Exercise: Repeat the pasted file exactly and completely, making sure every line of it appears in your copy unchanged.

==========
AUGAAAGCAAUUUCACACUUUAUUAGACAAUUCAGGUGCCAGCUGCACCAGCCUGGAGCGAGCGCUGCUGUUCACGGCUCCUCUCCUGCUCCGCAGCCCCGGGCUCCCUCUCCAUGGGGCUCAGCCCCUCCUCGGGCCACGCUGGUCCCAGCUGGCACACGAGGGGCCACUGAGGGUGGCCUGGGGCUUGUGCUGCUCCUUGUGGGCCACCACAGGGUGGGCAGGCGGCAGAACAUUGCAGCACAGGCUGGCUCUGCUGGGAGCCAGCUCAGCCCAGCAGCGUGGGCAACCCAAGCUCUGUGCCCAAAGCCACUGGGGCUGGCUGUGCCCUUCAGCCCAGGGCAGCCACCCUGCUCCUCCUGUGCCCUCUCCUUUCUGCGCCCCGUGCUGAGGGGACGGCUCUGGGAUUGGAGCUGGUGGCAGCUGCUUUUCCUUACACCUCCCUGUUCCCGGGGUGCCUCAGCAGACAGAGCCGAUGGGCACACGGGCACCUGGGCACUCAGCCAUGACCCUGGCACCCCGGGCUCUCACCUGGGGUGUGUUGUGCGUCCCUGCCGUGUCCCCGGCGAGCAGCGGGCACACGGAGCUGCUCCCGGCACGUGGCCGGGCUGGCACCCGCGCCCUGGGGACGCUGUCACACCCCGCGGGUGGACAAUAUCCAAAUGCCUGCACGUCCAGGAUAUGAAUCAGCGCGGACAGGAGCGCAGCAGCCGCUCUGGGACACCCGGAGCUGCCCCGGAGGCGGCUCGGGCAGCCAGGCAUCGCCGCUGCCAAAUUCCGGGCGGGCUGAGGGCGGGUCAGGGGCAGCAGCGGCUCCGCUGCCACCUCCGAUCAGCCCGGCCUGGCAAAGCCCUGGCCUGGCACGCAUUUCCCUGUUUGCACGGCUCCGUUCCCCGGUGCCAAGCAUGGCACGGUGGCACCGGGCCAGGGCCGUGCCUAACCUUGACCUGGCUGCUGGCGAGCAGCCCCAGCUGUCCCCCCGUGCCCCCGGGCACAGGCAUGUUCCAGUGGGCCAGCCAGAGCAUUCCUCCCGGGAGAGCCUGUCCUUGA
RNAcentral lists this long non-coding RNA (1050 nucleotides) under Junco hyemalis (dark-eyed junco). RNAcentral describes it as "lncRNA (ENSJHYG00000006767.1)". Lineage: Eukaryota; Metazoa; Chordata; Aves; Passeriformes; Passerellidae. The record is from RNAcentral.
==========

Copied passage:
AUGAAAGCAAUUUCACACUUUAUUAGACAAUUCAGGUGCCAGCUGCACCAGCCUGGAGCGAGCGCUGCUGUUCACGGCUCCUCUCCUGCUCCGCAGCCCCGGGCUCCCUCUCCAUGGGGCUCAGCCCCUCCUCGGGCCACGCUGGUCCCAGCUGGCACACGAGGGGCCACUGAGGGUGGCCUGGGGCUUGUGCUGCUCCUUGUGGGCCACCACAGGGUGGGCAGGCGGCAGAACAUUGCAGCACAGGCUGGCUCUGCUGGGAGCCAGCUCAGCCCAGCAGCGUGGGCAACCCAAGCUCUGUGCCCAAAGCCACUGGGGCUGGCUGUGCCCUUCAGCCCAGGGCAGCCACCCUGCUCCUCCUGUGCCCUCUCCUUUCUGCGCCCCGUGCUGAGGGGACGGCUCUGGGAUUGGAGCUGGUGGCAGCUGCUUUUCCUUACACCUCCCUGUUCCCGGGGUGCCUCAGCAGACAGAGCCGAUGGGCACACGGGCACCUGGGCACUCAGCCAUGACCCUGGCACCCCGGGCUCUCACCUGGGGUGUGUUGUGCGUCCCUGCCGUGUCCCCGGCGAGCAGCGGGCACACGGAGCUGCUCCCGGCACGUGGCCGGGCUGGCACCCGCGCCCUGGGGACGCUGUCACACCCCGCGGGUGGACAAUAUCCAAAUGCCUGCACGUCCAGGAUAUGAAUCAGCGCGGACAGGAGCGCAGCAGCCGCUCUGGGACACCCGGAGCUGCCCCGGAGGCGGCUCGGGCAGCCAGGCAUCGCCGCUGCCAAAUUCCGGGCGGGCUGAGGGCGGGUCAGGGGCAGCAGCGGCUCCGCUGCCACCUCCGAUCAGCCCGGCCUGGCAAAGCCCUGGCCUGGCACGCAUUUCCCUGUUUGCACGGCUCCGUUCCCCGGUGCCAAGCAUGGCACGGUGGCACCGGGCCAGGGCCGUGCCUAACCUUGACCUGGCUGCUGGCGAGCAGCCCCAGCUGUCCCCCCGUGCCCCCGGGCACAGGCAUGUUCCAGUGGGCCAGCCAGAGCAUUCCUCCCGGGAGAGCCUGUCCUUGA
RNAcentral lists this long non-coding RNA (1050 nucleotides) under Junco hyemalis (dark-eyed junco). RNAcentral describes it as "lncRNA (ENSJHYG00000006767.1)". Lineage: Eukaryota; Metazoa; Chordata; Aves; Passeriformes; Passerellidae. The record is from RNAcentral.